By the time he was 40, Francis Ford Coppola had achieved enough for more than one lifetime.
In one decade, he wrote, directed or produced Patton, the first two Godfather films, The Conversation, American Graffiti and Apocalypse Now.
Recently, he's been more prolific as a vintner than as a director. But this month, for the first time in 10 years, he has a new film out. And it's about a man who gets to have more than one lifetime.
Youth Without Youth is Coppola's rendering of a novella by the Romanian emigre philosopher Mircea Eliade. Tim Roth plays an aged academic who becomes young again when he's struck by lightning. It's a movie of ideas, a mystery that doesn't ask whodunnit, but instead what is it? What is time? Memory? Reality? Knowledge? It's heavy going, and some of the less kind reviews have described it as muddled, or as a mishmash.
Coppola says the Eliade story intrigued him for years. He wrote the screenplay himself — and financed the movie, too. And he says he made precisely the kind of film he wants to make at this stage of his life.
Generally, he says, Hollywood movies are "like telling children the story of the Three Bears" — in that studios like to present familiar, comfortable stories to an audience that knows them, likes them and wants to hear them repeatedly.
At the average multiplex crowd-pleaser, he says, "after 10 minutes I look at my wife and say 'Haven't we seen this movie before?'"
Coppola's success allows him, at this stage, a certain freedom. He financed Youth Without Youth himself — "as I intend to do with all my films now, (in) this last part of my career."
That means, of course, that he's not required to shop his script around, taking edits from every producer and studio chief with a finger in the financial pot. And while every script can benefit from outside input, Coppola says he gets that from his own production team: actors, cameramen, editors and other colleagues.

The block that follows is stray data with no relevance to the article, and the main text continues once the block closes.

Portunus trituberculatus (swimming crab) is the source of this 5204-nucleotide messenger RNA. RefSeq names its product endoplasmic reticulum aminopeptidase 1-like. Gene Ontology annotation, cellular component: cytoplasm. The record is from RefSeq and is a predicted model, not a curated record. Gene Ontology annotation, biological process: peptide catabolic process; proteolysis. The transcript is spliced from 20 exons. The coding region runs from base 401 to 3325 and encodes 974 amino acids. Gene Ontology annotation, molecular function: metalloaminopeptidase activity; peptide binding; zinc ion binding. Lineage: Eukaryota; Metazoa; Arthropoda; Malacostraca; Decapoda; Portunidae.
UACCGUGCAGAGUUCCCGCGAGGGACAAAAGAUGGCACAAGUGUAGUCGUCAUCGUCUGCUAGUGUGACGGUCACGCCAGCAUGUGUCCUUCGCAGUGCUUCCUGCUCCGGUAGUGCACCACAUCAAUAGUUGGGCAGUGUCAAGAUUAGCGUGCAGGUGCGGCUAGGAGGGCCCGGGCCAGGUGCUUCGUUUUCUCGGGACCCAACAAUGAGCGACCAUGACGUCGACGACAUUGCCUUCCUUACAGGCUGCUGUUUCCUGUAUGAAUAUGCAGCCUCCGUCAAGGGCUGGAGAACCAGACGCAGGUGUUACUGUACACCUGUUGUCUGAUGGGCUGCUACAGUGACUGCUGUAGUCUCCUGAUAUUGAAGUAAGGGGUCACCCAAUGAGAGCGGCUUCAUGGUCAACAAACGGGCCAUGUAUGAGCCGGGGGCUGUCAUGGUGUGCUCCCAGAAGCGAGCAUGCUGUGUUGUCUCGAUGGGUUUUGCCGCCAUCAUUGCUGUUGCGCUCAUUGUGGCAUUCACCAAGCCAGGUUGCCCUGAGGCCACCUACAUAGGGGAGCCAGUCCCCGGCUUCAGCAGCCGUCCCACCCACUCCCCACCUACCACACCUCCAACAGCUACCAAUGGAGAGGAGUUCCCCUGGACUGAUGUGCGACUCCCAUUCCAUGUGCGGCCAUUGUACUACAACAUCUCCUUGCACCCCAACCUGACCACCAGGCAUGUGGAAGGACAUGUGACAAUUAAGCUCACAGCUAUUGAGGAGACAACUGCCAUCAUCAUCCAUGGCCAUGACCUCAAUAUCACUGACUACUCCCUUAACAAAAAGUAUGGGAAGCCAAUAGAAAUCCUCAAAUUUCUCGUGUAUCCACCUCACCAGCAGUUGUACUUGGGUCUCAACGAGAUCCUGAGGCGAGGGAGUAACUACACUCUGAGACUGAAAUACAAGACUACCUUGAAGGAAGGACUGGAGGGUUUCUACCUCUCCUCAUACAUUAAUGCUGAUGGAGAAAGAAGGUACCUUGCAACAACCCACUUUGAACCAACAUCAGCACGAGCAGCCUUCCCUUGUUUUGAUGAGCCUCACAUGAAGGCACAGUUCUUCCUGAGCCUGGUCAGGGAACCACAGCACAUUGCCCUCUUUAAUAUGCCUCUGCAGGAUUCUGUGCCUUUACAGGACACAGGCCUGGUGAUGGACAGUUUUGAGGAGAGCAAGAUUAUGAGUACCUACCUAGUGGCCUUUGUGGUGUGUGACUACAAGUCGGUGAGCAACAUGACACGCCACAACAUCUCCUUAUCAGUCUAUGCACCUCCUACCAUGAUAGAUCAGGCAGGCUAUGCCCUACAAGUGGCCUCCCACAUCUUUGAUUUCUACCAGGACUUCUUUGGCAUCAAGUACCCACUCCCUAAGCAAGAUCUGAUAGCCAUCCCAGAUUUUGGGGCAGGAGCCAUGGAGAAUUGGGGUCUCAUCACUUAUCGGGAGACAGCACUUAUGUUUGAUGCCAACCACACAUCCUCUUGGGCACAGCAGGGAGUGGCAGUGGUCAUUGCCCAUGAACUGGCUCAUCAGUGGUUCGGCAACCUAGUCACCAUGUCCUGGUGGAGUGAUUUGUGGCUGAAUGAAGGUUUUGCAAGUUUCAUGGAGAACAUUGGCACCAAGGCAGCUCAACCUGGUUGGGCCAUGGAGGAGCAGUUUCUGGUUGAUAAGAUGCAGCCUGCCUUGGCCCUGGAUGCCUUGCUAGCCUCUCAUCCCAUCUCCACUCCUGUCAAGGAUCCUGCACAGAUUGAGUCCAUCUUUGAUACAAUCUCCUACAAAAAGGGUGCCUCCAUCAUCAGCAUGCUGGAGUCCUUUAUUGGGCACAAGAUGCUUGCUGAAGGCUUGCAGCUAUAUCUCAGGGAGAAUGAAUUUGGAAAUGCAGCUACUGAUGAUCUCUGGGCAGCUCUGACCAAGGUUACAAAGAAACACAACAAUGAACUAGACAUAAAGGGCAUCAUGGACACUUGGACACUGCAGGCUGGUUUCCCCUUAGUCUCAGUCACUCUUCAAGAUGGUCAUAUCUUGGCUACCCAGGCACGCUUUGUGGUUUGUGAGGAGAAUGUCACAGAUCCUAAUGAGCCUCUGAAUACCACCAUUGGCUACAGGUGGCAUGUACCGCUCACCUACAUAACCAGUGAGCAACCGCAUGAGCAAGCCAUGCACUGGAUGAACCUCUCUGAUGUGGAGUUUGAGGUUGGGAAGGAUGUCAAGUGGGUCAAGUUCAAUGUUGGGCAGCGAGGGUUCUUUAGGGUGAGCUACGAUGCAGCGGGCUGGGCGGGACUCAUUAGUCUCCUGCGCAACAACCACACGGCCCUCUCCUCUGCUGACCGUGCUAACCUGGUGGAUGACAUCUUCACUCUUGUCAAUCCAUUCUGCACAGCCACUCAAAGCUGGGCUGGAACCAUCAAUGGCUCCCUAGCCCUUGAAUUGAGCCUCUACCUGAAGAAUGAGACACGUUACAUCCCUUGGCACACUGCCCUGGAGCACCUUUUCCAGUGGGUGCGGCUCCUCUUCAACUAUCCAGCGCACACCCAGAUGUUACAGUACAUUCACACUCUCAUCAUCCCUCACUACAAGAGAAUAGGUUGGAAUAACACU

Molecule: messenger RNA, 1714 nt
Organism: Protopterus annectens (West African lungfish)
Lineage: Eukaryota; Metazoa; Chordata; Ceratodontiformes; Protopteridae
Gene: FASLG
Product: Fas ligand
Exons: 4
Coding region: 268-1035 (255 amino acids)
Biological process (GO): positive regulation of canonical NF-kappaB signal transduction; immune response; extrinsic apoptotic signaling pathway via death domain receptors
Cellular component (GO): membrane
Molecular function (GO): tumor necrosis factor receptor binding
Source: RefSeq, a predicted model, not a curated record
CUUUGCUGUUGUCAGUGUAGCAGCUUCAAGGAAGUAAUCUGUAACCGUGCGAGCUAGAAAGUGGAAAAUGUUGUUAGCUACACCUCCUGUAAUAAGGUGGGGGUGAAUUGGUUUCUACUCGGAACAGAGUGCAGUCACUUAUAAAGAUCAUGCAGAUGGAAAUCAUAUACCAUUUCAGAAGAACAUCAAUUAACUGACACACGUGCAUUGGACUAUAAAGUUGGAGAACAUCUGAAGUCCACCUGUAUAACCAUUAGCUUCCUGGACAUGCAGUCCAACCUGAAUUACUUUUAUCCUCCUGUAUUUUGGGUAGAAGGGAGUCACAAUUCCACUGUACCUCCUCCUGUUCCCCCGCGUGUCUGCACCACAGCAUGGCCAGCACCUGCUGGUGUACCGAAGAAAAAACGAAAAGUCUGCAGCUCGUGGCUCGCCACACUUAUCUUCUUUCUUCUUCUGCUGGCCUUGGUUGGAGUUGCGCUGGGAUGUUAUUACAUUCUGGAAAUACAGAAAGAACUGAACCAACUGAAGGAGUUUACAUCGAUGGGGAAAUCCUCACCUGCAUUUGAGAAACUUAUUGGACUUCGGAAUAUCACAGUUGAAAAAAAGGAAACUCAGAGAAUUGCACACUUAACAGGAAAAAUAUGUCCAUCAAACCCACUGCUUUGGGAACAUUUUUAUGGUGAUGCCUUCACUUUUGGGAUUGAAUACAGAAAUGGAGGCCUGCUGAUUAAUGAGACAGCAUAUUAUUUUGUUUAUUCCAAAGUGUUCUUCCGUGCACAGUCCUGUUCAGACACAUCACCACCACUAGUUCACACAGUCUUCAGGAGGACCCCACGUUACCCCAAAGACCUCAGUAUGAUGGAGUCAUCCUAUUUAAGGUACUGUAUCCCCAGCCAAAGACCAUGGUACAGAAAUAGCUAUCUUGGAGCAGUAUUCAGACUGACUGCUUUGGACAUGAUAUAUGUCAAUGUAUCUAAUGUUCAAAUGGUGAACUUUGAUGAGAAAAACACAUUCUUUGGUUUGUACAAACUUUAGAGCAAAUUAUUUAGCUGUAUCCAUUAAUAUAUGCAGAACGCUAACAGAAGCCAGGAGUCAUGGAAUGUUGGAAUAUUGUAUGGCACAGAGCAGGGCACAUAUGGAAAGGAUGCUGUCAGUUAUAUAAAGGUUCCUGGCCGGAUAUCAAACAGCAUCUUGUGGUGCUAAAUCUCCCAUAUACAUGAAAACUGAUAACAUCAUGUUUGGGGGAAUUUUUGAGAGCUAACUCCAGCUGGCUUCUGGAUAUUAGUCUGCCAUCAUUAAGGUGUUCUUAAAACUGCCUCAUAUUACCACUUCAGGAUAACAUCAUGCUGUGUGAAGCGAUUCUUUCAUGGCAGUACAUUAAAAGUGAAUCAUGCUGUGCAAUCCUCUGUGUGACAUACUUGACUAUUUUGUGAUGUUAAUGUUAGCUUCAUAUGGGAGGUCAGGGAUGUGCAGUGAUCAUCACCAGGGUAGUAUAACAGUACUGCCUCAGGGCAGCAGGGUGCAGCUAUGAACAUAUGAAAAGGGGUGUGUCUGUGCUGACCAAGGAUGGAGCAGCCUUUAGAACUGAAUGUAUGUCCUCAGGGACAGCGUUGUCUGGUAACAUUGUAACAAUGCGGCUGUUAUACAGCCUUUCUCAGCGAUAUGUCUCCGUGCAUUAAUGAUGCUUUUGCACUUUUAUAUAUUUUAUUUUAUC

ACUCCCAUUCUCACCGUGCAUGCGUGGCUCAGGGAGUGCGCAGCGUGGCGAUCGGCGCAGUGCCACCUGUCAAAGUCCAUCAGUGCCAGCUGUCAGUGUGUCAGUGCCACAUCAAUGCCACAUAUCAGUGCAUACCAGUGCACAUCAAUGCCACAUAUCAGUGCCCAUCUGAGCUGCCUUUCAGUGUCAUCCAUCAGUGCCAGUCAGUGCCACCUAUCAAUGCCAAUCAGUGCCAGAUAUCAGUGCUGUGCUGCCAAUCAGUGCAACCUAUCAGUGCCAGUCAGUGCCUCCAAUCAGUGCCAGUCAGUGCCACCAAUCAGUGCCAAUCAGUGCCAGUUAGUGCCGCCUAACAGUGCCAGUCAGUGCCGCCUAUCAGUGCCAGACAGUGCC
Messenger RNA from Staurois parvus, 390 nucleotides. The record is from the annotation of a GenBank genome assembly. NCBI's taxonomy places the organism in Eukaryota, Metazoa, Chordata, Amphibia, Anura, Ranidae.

"I think it's the market research aspect that's trying to eliminate risk in the movie that's partly what's wrong with films," he says.
Not that he's immune to public opinion.
"I make movies in the same way I would cook a dinner," he says. "I want people to come and enjoy it. I don't want the dinner to be over and (have) people saying, 'Well, that was interesting; I want to think about it."
And Coppola argues that, all things considered, Youth Without Youth isn't all that hard to follow.
"It moves in a straight chronology," he points out. "An old man, like Faust, is given a chance not only to be young, but to gain knowledge and ultimately to have a chance to love again."
"The difference is (that) it's a love story wrapped in a mystery. ... (And) the mystery has to do with the same kind of mysteries as when I was 9 years old at summer camp, looking up at the stars and wondering what stars really were. I think people think about these things, wonder about them."
So, from here on in, it's Francis Ford Coppola, independent filmmaker?
"I think in my heart I've always been an independent filmmaker," he says. "Oddly, and very strangely, I became wealthy in other businesses.
"In a sense, everyone who buys a bottle of Coppola wine is my executive producer and makes it possible for me to pursue other movies that I feel passionate about — that I love — and that I make irrespective of whether they'll be commercial or not."